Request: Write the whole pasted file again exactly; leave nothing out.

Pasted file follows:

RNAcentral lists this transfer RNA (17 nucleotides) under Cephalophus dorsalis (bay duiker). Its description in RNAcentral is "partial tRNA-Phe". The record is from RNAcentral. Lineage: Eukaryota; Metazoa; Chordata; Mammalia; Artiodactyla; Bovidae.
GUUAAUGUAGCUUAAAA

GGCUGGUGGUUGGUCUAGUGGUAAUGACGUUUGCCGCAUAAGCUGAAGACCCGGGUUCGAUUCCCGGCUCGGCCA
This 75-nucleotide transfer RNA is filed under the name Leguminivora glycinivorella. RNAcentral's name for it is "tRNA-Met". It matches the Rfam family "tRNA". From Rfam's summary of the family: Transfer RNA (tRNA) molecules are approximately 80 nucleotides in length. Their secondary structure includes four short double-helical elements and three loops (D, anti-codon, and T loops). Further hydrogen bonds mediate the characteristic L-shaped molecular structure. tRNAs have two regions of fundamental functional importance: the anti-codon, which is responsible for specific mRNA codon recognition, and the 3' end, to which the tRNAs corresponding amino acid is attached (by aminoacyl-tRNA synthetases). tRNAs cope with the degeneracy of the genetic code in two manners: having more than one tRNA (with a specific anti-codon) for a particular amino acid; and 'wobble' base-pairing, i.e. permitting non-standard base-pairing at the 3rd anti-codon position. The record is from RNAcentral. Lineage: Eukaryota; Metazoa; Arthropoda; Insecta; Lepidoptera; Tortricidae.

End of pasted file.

RNAcentral lists this transfer RNA (17 nucleotides) under Cephalophus dorsalis (bay duiker). Its description in RNAcentral is "partial tRNA-Phe". The record is from RNAcentral. Lineage: Eukaryota; Metazoa; Chordata; Mammalia; Artiodactyla; Bovidae.
GUUAAUGUAGCUUAAAA

GGCUGGUGGUUGGUCUAGUGGUAAUGACGUUUGCCGCAUAAGCUGAAGACCCGGGUUCGAUUCCCGGCUCGGCCA
This 75-nucleotide transfer RNA is filed under the name Leguminivora glycinivorella. RNAcentral's name for it is "tRNA-Met". It matches the Rfam family "tRNA". From Rfam's summary of the family: Transfer RNA (tRNA) molecules are approximately 80 nucleotides in length. Their secondary structure includes four short double-helical elements and three loops (D, anti-codon, and T loops). Further hydrogen bonds mediate the characteristic L-shaped molecular structure. tRNAs have two regions of fundamental functional importance: the anti-codon, which is responsible for specific mRNA codon recognition, and the 3' end, to which the tRNAs corresponding amino acid is attached (by aminoacyl-tRNA synthetases). tRNAs cope with the degeneracy of the genetic code in two manners: having more than one tRNA (with a specific anti-codon) for a particular amino acid; and 'wobble' base-pairing, i.e. permitting non-standard base-pairing at the 3rd anti-codon position. The record is from RNAcentral. Lineage: Eukaryota; Metazoa; Arthropoda; Insecta; Lepidoptera; Tortricidae.